Alright, it’s time. Time for a change in seasons. Usually I’d declare myself insane for wishing Autumn, or even better: Winter! would hurry the hell up when August has only just begun, but this year has been hellish. Literally. Compared to people around me, no matter their origins, I’m very heat-resistant. I’m comfy when most people are low-and-slowing in their own juices already, but this…? This year. I wholeheartedly agree with the masses. It’s been too hot for way too long – cozying up to 40°C for weeks on end with no reprieve at night hasn’t just put a stop to any sort of summer spirit, fun, outdoor activities, cooking, gaming and sleep, but the insane temperatures and the sun relentlessly burning out of the cloud- and therefore rain-less skies since May have, in addition, shifted all of the fruit and veg seasons forwards by about a month.
Late berries, greengages, nectarines, cherries, everything usually making August delicious, has either wilted in the fields, skipped the year altogether or came and went by at least a month early. Here’s to teeth-grinding huzzahs for food being able to travel around the world in a couple of hours these days! Not the same, but at least I’m able to pretend it’s just any other August when the need arises. Like today – see, under normal circumstances I know I’m closing in on my limits with any season when I start craving the goodies of another – not the flash of “Uh, Ice Cream!” in mid-February kind of craving, but one that lasts for days or even weeks even after trying to satisfy it with an appropriate meal. Considering the fact that my head feels like it’s slowly turning into a pressure cooker, I’m extremely happy to announce that today, the never-failing Menu of the Chef’s Guild of Tyria instantly put a name to this particular craving before I was able to nail down what exactly it was that I was longing for during the last couple of restless nights.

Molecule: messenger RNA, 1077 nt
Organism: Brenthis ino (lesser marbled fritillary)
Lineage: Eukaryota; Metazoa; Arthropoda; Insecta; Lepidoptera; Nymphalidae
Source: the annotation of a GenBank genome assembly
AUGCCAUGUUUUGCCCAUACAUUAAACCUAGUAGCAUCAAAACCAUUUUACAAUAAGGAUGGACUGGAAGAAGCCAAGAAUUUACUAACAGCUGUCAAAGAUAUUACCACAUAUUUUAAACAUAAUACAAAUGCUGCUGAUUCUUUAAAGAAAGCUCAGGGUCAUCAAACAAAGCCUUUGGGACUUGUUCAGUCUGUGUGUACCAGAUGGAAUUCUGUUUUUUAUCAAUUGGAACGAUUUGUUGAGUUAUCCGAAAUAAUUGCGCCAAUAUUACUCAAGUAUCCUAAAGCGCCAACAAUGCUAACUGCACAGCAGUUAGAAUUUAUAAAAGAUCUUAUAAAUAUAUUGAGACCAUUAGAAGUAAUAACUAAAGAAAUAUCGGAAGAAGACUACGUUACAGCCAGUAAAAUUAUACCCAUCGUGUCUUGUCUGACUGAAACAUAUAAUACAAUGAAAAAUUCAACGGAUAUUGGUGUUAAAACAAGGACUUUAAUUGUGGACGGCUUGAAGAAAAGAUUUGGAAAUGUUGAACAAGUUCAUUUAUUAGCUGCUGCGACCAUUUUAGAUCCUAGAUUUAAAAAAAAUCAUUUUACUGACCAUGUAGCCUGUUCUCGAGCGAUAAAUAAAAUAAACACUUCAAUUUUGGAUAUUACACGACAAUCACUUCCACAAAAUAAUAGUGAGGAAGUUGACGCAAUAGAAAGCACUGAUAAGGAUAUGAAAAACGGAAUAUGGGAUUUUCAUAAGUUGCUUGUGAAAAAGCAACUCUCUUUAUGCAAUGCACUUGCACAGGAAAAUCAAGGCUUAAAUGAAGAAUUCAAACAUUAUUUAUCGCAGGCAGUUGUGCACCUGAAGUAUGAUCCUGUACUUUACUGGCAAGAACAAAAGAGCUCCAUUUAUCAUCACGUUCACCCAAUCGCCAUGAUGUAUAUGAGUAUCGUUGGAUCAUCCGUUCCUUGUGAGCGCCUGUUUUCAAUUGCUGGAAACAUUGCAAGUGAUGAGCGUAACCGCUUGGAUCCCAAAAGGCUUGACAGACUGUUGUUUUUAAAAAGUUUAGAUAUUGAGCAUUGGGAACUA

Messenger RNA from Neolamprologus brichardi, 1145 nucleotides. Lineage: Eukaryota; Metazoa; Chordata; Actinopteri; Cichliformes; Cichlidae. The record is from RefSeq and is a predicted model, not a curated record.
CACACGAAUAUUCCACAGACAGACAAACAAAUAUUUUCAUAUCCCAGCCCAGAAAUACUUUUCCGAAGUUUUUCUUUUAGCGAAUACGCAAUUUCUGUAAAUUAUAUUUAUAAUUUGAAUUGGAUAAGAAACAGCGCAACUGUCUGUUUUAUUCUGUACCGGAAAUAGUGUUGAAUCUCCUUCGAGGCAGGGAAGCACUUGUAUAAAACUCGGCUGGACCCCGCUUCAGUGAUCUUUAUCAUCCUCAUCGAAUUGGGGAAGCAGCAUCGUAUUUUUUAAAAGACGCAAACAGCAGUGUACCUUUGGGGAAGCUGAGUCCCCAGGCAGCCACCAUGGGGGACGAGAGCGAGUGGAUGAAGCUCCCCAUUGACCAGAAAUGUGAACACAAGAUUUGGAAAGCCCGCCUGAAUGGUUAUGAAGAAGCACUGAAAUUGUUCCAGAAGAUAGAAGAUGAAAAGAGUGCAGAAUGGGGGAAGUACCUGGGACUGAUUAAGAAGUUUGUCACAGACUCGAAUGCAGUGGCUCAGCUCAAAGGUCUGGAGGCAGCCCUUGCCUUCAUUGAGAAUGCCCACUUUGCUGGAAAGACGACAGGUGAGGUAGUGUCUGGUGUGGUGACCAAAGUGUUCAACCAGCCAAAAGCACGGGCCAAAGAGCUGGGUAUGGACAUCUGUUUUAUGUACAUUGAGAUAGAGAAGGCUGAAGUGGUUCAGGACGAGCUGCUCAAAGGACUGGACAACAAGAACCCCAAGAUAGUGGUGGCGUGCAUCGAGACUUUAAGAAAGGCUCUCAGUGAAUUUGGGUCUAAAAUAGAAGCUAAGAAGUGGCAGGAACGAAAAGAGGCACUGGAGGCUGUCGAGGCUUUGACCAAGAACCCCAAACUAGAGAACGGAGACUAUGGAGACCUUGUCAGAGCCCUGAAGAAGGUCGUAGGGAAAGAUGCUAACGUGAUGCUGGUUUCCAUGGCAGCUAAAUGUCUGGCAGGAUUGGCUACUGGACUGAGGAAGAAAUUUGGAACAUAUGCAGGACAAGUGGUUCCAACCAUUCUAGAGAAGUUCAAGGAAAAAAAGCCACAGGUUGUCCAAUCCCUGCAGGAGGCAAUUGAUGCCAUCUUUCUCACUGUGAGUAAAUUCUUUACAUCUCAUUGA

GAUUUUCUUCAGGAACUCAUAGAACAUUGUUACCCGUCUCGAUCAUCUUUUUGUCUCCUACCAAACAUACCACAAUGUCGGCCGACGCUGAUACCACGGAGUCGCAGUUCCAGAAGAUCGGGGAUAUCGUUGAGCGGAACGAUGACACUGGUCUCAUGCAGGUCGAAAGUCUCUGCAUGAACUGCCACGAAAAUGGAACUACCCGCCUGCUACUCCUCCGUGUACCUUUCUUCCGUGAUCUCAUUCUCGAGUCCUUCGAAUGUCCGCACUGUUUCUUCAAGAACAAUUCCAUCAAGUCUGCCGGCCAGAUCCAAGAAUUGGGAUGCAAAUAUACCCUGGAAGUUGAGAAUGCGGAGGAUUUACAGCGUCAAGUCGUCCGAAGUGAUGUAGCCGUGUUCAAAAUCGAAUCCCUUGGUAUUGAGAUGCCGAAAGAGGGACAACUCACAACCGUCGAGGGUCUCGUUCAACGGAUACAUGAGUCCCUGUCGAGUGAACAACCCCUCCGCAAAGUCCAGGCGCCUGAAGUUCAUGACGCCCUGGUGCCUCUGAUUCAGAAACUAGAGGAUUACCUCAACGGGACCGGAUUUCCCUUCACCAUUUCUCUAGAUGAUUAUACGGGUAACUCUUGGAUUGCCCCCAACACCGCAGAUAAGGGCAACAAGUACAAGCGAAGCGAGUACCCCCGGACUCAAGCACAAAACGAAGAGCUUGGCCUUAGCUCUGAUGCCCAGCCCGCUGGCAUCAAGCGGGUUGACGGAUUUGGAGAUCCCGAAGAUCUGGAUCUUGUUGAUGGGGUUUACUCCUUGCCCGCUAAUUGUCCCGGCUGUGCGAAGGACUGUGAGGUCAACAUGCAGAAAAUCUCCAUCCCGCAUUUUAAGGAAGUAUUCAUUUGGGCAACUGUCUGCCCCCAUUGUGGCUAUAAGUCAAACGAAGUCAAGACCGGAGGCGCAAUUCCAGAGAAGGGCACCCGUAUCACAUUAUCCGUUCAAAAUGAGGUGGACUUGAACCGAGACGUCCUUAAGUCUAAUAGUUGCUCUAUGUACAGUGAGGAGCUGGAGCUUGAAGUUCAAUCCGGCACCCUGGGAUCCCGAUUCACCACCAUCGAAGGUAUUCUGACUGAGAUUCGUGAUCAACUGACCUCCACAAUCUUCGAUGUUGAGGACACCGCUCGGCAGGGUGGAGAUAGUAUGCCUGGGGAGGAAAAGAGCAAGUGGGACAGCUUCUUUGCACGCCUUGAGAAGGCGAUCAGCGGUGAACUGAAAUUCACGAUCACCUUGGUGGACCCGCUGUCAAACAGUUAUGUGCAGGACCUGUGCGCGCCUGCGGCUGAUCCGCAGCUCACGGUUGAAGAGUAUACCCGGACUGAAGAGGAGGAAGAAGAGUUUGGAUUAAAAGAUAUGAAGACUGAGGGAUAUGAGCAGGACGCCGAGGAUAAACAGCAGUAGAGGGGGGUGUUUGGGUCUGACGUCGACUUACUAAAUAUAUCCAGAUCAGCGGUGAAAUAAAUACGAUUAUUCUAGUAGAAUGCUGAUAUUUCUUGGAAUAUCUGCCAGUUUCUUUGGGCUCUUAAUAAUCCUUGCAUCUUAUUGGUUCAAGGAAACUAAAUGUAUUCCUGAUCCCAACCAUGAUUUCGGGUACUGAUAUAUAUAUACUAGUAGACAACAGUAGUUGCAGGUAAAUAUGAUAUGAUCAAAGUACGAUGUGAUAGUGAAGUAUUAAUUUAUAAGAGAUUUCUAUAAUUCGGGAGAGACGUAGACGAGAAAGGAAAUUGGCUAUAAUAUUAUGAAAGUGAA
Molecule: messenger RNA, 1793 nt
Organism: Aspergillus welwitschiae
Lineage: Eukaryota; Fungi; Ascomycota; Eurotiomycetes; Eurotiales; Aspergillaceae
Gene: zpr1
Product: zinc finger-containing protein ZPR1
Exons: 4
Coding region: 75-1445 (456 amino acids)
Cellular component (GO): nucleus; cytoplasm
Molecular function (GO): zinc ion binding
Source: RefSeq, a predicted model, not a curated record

Oh yes, this is one of the perks of Autumn. A delicious compote or crumble, made from all-but-bursting-with-juices late berries and other goodies right smack in the middle of their season – with a bit of Summer’s dessert-darling Ice Cream to the side. Mmmmh! Honestly, this was worth turning on the stove for~! Here we go, my edible version of a looking-forward-to-Autumn dance for 4-5 servings~ (I always make stuff like this with a kind of “half for now, half for later” mindset, so I’m not actually 100% sure how many people you could make happy in one go with this…)
The Blackberry-Pear Compote
200g Fine Caster Sugar
50g Light Muscovado
1 Pinch of Salt
3 Cardamom Pods
5 Strips of Lemon Peel
1 Strip of Orange Peel
Alt: 2 Kumquats, sliced in halves
2 Cinnamon Sticks
2 Star Anise
500g Perfectly Ripe Pears, peeled, cored and sliced into ½ -1 cm bits – I usually go with Comice Pears, Abate or Conference also work well in a compote’y scenario though. I also intentionally vary the size of the chunks to have a couple “dissolve” and a few juicy bites in the end. If you want a smooth purée’y compote hugging the berries, have them all at around ½ cm or less. If the pears in front of you aren’t perfectly ripe, adjust their cooking time.
1) Place both types of sugar in a large pot and add the water.
2) Turn the heat to medium-high and stir the mixture with a wooden spoon until the sugar has dissolved completely.
3) Add the lemon and orange peels, cinnamon sticks, salt, cardamom and star anise, then turn the heat to high and bring the liquid up to a rapid boil.
4) Reduce the heat to low and, once the bubbly action has settled down again, allow the mixture to simmer away for 10 mins.
5) Add the pears to the pot and allow them to soften up for 5 mins or, if they’re of the firmer side to begin with, until they’re tender and compote-appropriately succulent.
6) Once the pears are done, gently fold in the blackberries after fishing out the spices and peels and allow them to simmer until they’re just about to start breaking up.
7) Take the pot off the heat at this point and get ready to plate up if you’re going with todays “Old Love” variant – “Old Love” is what we call the hot fruit & ice cream combo, traditionally Vanilla Ice Cream and Hot Raspberries, over here.
8) Other great combos with this kind of combo are: hot or cold compote and natural yoghurt, used as a “spread” or dip for freshly baked yeasty goodies or pancakes. And now I talked myself into another round of compote cravings… Anyways, there’s one more option:
9) You could cook the lot into a thick, smooth and even compote if you don’t mind a deep purple, almost black color in your dessert bowl or if you intend to use this as a preservation method to take a bot of Summer into Winter with you.